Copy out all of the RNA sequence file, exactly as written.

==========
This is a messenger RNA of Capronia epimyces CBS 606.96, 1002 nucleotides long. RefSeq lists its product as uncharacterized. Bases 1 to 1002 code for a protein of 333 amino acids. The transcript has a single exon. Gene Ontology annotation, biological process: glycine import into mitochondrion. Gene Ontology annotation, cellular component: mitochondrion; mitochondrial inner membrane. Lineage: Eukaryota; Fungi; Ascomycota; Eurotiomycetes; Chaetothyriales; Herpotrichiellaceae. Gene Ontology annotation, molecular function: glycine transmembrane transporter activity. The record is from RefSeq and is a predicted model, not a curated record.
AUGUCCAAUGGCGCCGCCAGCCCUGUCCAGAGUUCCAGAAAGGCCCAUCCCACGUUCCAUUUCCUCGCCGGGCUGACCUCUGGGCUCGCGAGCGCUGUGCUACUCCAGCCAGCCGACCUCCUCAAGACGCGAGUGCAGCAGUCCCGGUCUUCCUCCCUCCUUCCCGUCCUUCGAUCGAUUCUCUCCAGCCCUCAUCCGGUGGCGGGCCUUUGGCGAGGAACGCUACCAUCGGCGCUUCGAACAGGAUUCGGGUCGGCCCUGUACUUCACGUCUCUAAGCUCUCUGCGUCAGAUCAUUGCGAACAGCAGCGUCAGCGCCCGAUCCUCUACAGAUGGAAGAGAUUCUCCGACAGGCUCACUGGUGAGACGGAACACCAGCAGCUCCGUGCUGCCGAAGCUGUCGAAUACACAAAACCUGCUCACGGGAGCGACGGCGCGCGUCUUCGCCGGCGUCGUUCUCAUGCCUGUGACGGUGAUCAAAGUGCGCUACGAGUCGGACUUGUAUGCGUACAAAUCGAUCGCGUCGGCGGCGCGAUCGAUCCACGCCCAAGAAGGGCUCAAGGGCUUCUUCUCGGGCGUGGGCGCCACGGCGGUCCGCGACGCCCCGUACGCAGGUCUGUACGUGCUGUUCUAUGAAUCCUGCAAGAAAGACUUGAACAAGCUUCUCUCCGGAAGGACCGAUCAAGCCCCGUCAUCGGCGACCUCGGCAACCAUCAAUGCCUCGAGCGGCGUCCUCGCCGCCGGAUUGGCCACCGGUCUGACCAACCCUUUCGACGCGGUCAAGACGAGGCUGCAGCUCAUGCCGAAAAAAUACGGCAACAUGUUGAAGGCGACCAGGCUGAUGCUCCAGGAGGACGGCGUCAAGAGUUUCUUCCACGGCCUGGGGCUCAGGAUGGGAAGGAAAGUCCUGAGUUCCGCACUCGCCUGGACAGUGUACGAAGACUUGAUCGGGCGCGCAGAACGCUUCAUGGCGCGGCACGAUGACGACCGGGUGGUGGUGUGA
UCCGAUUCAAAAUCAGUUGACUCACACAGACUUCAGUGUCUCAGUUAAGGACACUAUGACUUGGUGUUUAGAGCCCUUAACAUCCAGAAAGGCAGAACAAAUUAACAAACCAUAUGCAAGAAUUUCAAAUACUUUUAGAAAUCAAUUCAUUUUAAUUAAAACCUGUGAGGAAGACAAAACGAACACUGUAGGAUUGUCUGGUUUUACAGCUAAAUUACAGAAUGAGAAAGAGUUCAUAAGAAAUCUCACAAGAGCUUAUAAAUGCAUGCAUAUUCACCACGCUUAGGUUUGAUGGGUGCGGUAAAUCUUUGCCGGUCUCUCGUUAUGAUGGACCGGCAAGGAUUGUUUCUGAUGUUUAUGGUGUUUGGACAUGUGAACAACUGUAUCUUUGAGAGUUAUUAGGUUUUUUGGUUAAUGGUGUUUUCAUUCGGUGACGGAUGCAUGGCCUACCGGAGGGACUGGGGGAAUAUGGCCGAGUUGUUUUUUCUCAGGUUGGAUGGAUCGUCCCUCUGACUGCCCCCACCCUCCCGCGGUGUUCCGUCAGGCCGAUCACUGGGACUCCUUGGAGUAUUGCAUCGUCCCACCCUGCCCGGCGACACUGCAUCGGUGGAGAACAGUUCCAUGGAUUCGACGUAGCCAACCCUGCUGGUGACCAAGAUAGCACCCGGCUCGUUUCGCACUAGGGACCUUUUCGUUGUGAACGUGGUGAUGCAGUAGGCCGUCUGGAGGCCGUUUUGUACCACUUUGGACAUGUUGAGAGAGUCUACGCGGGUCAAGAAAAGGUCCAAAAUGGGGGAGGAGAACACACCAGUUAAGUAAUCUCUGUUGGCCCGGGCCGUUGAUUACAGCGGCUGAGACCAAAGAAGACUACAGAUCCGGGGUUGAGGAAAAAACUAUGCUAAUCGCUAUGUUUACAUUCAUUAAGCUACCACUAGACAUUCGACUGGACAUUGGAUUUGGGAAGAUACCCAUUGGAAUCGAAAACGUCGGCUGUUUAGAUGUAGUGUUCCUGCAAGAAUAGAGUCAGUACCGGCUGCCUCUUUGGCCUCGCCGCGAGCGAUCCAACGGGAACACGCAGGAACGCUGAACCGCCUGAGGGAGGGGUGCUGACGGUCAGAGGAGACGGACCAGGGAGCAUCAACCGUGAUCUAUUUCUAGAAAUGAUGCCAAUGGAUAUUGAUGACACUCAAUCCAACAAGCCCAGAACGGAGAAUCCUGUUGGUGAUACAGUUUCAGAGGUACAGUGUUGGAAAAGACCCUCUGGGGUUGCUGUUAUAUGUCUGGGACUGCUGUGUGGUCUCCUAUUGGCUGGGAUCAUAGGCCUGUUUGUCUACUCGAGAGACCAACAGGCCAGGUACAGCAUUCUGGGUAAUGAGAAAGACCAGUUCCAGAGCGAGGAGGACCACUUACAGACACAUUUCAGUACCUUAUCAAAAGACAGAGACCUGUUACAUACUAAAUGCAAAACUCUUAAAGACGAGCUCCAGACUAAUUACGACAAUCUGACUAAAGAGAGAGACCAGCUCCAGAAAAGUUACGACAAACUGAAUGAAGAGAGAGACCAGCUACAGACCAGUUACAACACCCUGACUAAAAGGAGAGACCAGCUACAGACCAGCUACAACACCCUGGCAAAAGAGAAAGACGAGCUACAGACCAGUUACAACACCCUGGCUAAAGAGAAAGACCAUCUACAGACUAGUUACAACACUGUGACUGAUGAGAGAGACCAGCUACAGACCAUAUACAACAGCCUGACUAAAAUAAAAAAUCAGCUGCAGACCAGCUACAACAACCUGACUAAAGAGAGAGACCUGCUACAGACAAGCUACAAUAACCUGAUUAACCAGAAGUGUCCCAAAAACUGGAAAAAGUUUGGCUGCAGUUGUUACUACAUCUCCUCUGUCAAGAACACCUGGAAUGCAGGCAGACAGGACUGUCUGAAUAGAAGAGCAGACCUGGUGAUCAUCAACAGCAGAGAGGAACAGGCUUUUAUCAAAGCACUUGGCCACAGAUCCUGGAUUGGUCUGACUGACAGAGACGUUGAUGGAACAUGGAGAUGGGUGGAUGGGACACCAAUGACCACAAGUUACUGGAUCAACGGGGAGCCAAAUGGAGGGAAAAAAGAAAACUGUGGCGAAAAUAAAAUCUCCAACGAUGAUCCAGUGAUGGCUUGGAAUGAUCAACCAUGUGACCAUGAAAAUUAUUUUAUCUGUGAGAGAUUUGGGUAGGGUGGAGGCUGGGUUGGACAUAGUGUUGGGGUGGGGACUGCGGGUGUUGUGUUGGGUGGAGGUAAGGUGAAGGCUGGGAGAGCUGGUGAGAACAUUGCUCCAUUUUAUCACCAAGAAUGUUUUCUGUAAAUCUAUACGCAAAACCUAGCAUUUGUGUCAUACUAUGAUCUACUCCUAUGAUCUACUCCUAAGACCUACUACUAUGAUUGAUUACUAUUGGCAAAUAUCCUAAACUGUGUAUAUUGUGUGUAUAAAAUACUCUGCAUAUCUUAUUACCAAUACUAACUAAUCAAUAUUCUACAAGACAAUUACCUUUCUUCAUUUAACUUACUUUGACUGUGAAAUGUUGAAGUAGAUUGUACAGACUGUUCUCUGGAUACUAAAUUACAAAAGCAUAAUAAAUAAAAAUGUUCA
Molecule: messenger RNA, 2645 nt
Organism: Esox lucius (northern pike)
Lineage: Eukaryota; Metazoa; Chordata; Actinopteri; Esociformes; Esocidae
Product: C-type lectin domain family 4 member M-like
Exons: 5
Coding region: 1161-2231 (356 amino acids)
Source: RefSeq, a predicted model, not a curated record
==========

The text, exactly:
This is a messenger RNA of Capronia epimyces CBS 606.96, 1002 nucleotides long. RefSeq lists its product as uncharacterized. Bases 1 to 1002 code for a protein of 333 amino acids. The transcript has a single exon. Gene Ontology annotation, biological process: glycine import into mitochondrion. Gene Ontology annotation, cellular component: mitochondrion; mitochondrial inner membrane. Lineage: Eukaryota; Fungi; Ascomycota; Eurotiomycetes; Chaetothyriales; Herpotrichiellaceae. Gene Ontology annotation, molecular function: glycine transmembrane transporter activity. The record is from RefSeq and is a predicted model, not a curated record.
AUGUCCAAUGGCGCCGCCAGCCCUGUCCAGAGUUCCAGAAAGGCCCAUCCCACGUUCCAUUUCCUCGCCGGGCUGACCUCUGGGCUCGCGAGCGCUGUGCUACUCCAGCCAGCCGACCUCCUCAAGACGCGAGUGCAGCAGUCCCGGUCUUCCUCCCUCCUUCCCGUCCUUCGAUCGAUUCUCUCCAGCCCUCAUCCGGUGGCGGGCCUUUGGCGAGGAACGCUACCAUCGGCGCUUCGAACAGGAUUCGGGUCGGCCCUGUACUUCACGUCUCUAAGCUCUCUGCGUCAGAUCAUUGCGAACAGCAGCGUCAGCGCCCGAUCCUCUACAGAUGGAAGAGAUUCUCCGACAGGCUCACUGGUGAGACGGAACACCAGCAGCUCCGUGCUGCCGAAGCUGUCGAAUACACAAAACCUGCUCACGGGAGCGACGGCGCGCGUCUUCGCCGGCGUCGUUCUCAUGCCUGUGACGGUGAUCAAAGUGCGCUACGAGUCGGACUUGUAUGCGUACAAAUCGAUCGCGUCGGCGGCGCGAUCGAUCCACGCCCAAGAAGGGCUCAAGGGCUUCUUCUCGGGCGUGGGCGCCACGGCGGUCCGCGACGCCCCGUACGCAGGUCUGUACGUGCUGUUCUAUGAAUCCUGCAAGAAAGACUUGAACAAGCUUCUCUCCGGAAGGACCGAUCAAGCCCCGUCAUCGGCGACCUCGGCAACCAUCAAUGCCUCGAGCGGCGUCCUCGCCGCCGGAUUGGCCACCGGUCUGACCAACCCUUUCGACGCGGUCAAGACGAGGCUGCAGCUCAUGCCGAAAAAAUACGGCAACAUGUUGAAGGCGACCAGGCUGAUGCUCCAGGAGGACGGCGUCAAGAGUUUCUUCCACGGCCUGGGGCUCAGGAUGGGAAGGAAAGUCCUGAGUUCCGCACUCGCCUGGACAGUGUACGAAGACUUGAUCGGGCGCGCAGAACGCUUCAUGGCGCGGCACGAUGACGACCGGGUGGUGGUGUGA
UCCGAUUCAAAAUCAGUUGACUCACACAGACUUCAGUGUCUCAGUUAAGGACACUAUGACUUGGUGUUUAGAGCCCUUAACAUCCAGAAAGGCAGAACAAAUUAACAAACCAUAUGCAAGAAUUUCAAAUACUUUUAGAAAUCAAUUCAUUUUAAUUAAAACCUGUGAGGAAGACAAAACGAACACUGUAGGAUUGUCUGGUUUUACAGCUAAAUUACAGAAUGAGAAAGAGUUCAUAAGAAAUCUCACAAGAGCUUAUAAAUGCAUGCAUAUUCACCACGCUUAGGUUUGAUGGGUGCGGUAAAUCUUUGCCGGUCUCUCGUUAUGAUGGACCGGCAAGGAUUGUUUCUGAUGUUUAUGGUGUUUGGACAUGUGAACAACUGUAUCUUUGAGAGUUAUUAGGUUUUUUGGUUAAUGGUGUUUUCAUUCGGUGACGGAUGCAUGGCCUACCGGAGGGACUGGGGGAAUAUGGCCGAGUUGUUUUUUCUCAGGUUGGAUGGAUCGUCCCUCUGACUGCCCCCACCCUCCCGCGGUGUUCCGUCAGGCCGAUCACUGGGACUCCUUGGAGUAUUGCAUCGUCCCACCCUGCCCGGCGACACUGCAUCGGUGGAGAACAGUUCCAUGGAUUCGACGUAGCCAACCCUGCUGGUGACCAAGAUAGCACCCGGCUCGUUUCGCACUAGGGACCUUUUCGUUGUGAACGUGGUGAUGCAGUAGGCCGUCUGGAGGCCGUUUUGUACCACUUUGGACAUGUUGAGAGAGUCUACGCGGGUCAAGAAAAGGUCCAAAAUGGGGGAGGAGAACACACCAGUUAAGUAAUCUCUGUUGGCCCGGGCCGUUGAUUACAGCGGCUGAGACCAAAGAAGACUACAGAUCCGGGGUUGAGGAAAAAACUAUGCUAAUCGCUAUGUUUACAUUCAUUAAGCUACCACUAGACAUUCGACUGGACAUUGGAUUUGGGAAGAUACCCAUUGGAAUCGAAAACGUCGGCUGUUUAGAUGUAGUGUUCCUGCAAGAAUAGAGUCAGUACCGGCUGCCUCUUUGGCCUCGCCGCGAGCGAUCCAACGGGAACACGCAGGAACGCUGAACCGCCUGAGGGAGGGGUGCUGACGGUCAGAGGAGACGGACCAGGGAGCAUCAACCGUGAUCUAUUUCUAGAAAUGAUGCCAAUGGAUAUUGAUGACACUCAAUCCAACAAGCCCAGAACGGAGAAUCCUGUUGGUGAUACAGUUUCAGAGGUACAGUGUUGGAAAAGACCCUCUGGGGUUGCUGUUAUAUGUCUGGGACUGCUGUGUGGUCUCCUAUUGGCUGGGAUCAUAGGCCUGUUUGUCUACUCGAGAGACCAACAGGCCAGGUACAGCAUUCUGGGUAAUGAGAAAGACCAGUUCCAGAGCGAGGAGGACCACUUACAGACACAUUUCAGUACCUUAUCAAAAGACAGAGACCUGUUACAUACUAAAUGCAAAACUCUUAAAGACGAGCUCCAGACUAAUUACGACAAUCUGACUAAAGAGAGAGACCAGCUCCAGAAAAGUUACGACAAACUGAAUGAAGAGAGAGACCAGCUACAGACCAGUUACAACACCCUGACUAAAAGGAGAGACCAGCUACAGACCAGCUACAACACCCUGGCAAAAGAGAAAGACGAGCUACAGACCAGUUACAACACCCUGGCUAAAGAGAAAGACCAUCUACAGACUAGUUACAACACUGUGACUGAUGAGAGAGACCAGCUACAGACCAUAUACAACAGCCUGACUAAAAUAAAAAAUCAGCUGCAGACCAGCUACAACAACCUGACUAAAGAGAGAGACCUGCUACAGACAAGCUACAAUAACCUGAUUAACCAGAAGUGUCCCAAAAACUGGAAAAAGUUUGGCUGCAGUUGUUACUACAUCUCCUCUGUCAAGAACACCUGGAAUGCAGGCAGACAGGACUGUCUGAAUAGAAGAGCAGACCUGGUGAUCAUCAACAGCAGAGAGGAACAGGCUUUUAUCAAAGCACUUGGCCACAGAUCCUGGAUUGGUCUGACUGACAGAGACGUUGAUGGAACAUGGAGAUGGGUGGAUGGGACACCAAUGACCACAAGUUACUGGAUCAACGGGGAGCCAAAUGGAGGGAAAAAAGAAAACUGUGGCGAAAAUAAAAUCUCCAACGAUGAUCCAGUGAUGGCUUGGAAUGAUCAACCAUGUGACCAUGAAAAUUAUUUUAUCUGUGAGAGAUUUGGGUAGGGUGGAGGCUGGGUUGGACAUAGUGUUGGGGUGGGGACUGCGGGUGUUGUGUUGGGUGGAGGUAAGGUGAAGGCUGGGAGAGCUGGUGAGAACAUUGCUCCAUUUUAUCACCAAGAAUGUUUUCUGUAAAUCUAUACGCAAAACCUAGCAUUUGUGUCAUACUAUGAUCUACUCCUAUGAUCUACUCCUAAGACCUACUACUAUGAUUGAUUACUAUUGGCAAAUAUCCUAAACUGUGUAUAUUGUGUGUAUAAAAUACUCUGCAUAUCUUAUUACCAAUACUAACUAAUCAAUAUUCUACAAGACAAUUACCUUUCUUCAUUUAACUUACUUUGACUGUGAAAUGUUGAAGUAGAUUGUACAGACUGUUCUCUGGAUACUAAAUUACAAAAGCAUAAUAAAUAAAAAUGUUCA
Molecule: messenger RNA, 2645 nt
Organism: Esox lucius (northern pike)
Lineage: Eukaryota; Metazoa; Chordata; Actinopteri; Esociformes; Esocidae
Product: C-type lectin domain family 4 member M-like
Exons: 5
Coding region: 1161-2231 (356 amino acids)
Source: RefSeq, a predicted model, not a curated record